2013-07-15 09:51

ECO Platform Launching Event


With an event at Sofitel in Brussels, the ECO Platform is celebrating the official establishment and providing information to all interested stakeholders.


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2013-06-20 15:51

Komplexes einfach machen!


Ein Buch, das die Relevanz von Nachhaltigkeit für das Handwerk praktisch erklärt.


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2013-06-04 12:35

ECO Platform founded


On the way to a European Core EPD Christian Donath appointed as Managing Director


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Turkish Market goes Green

2012-10-19 20:00 von Christian Donath

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At a conference in Istanbul, Christian Donath spoke to Turkish Architects and Industry representatives about the chances of sustainability on October 19 2012.

 

Two interviews were published, one by the Turkish Bloomsberg Business Week Journal another by "Radikal", one of the biggest newspapers in Turkey.

 

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Translation:

 

1- Could you describe the sustainable building concept briefly?

 

I wouldn’t call it concept – to design, construct and operate buildings sustainable, you need a lot of individuality, because many varying parameters have to be considered. In the end it will always be a compromise, but hopefully the most sustainable one that could have been found.
What needs to be considered? You need to consider the full life-cycle of the building and it’s components to assess the sustainability of a building – from the production of the materials, over the transports and construction of the building, the operation and maintenance of the building to the end-of-life scenarios. And of course you should consider ecological, economical, social, functional and technical aspects as well as the location of the building. The difficulty lies in the interdependencies. If you improve the safety of the building, you might negatively influence the economical and ecological performance at the same time. For the architects and planners it is a complex task to optimize a building with regards to sustainability, but the result will be very user friendly. The complexity remains on the level of design.

 

2- We know that you studied civil engineering, can you explain why you chose the ‘sustainable building’ sector?

 

To be able to look straight into the eyes of my children at the end of my life and to do something worthwhile. I realized that we are facing some major global changes and wanted to contribute to improvements in my field – the construction sector. So I started to gather information about global changes, like population growth, the depletion of resources, the global environmental problems and the financial crisis. Then I tried to find ways how to react and supported the development of a certification system for sustainable buildings as CEO of the DGNB. During the last years I realized that I can help the sector of building products with my knowledge. Producers are in most cases not aware of the impact of their products in the context of Green Building. I help them to analyze and improve their production, products and their communication.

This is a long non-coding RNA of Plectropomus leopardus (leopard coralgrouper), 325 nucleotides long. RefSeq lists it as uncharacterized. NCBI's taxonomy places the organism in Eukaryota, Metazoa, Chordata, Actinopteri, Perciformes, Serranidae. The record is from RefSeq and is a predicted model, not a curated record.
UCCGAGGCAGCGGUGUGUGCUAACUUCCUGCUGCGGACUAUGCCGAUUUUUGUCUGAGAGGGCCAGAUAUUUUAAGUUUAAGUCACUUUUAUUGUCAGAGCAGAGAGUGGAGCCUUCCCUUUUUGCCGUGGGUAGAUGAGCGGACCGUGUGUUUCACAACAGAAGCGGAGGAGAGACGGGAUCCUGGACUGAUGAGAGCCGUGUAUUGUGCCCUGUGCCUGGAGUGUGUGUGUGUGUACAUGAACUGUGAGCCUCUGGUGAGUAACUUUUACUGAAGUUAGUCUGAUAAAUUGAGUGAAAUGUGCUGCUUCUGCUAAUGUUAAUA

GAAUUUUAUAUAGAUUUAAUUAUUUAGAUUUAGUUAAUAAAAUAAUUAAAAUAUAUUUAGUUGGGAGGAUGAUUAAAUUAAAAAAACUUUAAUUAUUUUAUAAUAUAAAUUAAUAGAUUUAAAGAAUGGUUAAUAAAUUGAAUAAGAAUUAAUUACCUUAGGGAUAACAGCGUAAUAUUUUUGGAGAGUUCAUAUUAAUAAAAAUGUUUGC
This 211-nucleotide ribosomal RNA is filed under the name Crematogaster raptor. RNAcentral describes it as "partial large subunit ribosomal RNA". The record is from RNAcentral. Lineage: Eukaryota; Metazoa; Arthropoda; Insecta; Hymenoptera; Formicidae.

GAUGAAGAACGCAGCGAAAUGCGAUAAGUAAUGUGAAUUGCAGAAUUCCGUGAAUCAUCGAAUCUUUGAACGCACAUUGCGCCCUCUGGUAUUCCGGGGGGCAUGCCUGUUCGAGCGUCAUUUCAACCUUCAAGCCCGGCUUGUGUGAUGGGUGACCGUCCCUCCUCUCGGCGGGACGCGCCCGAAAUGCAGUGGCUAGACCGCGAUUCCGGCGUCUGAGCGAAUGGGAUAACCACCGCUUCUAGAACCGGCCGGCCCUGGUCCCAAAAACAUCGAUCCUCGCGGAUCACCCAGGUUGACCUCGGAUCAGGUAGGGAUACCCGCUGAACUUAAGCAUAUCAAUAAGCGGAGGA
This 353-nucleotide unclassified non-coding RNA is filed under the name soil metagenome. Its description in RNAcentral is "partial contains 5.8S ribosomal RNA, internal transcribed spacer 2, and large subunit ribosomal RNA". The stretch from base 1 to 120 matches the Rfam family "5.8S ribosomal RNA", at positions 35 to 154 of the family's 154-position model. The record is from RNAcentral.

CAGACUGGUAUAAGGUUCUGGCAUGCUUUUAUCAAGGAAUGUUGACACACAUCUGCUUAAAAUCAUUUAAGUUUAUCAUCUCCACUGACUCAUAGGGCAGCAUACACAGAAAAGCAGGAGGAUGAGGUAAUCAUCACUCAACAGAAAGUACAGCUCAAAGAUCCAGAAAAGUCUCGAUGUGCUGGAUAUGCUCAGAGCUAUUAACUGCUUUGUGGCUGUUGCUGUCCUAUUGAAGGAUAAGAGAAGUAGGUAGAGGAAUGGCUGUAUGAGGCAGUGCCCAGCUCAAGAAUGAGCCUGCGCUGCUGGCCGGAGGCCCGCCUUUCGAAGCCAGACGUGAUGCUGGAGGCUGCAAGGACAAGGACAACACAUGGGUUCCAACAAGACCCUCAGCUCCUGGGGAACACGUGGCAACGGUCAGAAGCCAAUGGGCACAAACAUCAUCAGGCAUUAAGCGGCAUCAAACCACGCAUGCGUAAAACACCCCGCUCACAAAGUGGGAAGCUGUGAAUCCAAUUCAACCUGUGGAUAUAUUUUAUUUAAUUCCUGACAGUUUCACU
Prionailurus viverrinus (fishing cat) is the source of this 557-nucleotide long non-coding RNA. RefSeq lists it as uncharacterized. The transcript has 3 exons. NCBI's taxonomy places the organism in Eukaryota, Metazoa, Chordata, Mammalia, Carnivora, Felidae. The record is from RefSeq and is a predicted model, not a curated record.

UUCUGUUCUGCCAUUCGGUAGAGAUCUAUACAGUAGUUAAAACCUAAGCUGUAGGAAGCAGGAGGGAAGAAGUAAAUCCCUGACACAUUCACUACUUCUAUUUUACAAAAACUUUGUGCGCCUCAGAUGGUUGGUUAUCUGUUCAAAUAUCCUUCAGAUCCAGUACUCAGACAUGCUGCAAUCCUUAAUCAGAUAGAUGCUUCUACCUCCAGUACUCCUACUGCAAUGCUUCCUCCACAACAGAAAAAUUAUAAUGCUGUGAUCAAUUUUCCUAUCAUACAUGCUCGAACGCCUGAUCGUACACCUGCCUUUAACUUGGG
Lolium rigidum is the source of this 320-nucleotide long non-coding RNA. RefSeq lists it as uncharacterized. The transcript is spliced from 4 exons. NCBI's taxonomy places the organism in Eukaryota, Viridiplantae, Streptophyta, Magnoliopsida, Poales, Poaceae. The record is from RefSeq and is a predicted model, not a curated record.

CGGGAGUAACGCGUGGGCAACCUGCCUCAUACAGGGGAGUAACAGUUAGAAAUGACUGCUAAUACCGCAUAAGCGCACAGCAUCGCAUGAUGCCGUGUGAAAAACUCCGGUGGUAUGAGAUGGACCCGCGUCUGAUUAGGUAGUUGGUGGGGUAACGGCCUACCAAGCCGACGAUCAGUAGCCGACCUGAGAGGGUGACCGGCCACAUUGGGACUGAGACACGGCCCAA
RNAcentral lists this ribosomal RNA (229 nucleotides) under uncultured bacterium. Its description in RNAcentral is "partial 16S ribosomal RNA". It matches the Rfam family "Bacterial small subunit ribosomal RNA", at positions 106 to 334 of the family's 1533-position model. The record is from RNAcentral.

3- You had the opportunity to work in various parts of the world, can you compare the amount and quality of sustainable buildings between western Europe and other parts of the world?

 

I would reduce Western Europe to three countries for the answer: If you look at the existing buildings in Switzerland, Germany or Austria, you will find the highest building standard of the world. That doesn’t mean automatically that the buildings are most sustainable, but there is a certain advance compared to other countries. The reason for this is probably a combination of a certain engineering fable and the reaction to the oil crisis in the early seventies. The energy efficiency was improved constantly since, due to strict regulations and the related norms.

To create sustainable buildings other regions in the world can learn something from the mentioned regions, but good examples cannot be copied. Every region needs to develop an own understanding of sustainability and develop suitable solutions. Differences are to be considered, such as climatic or cultural aspects.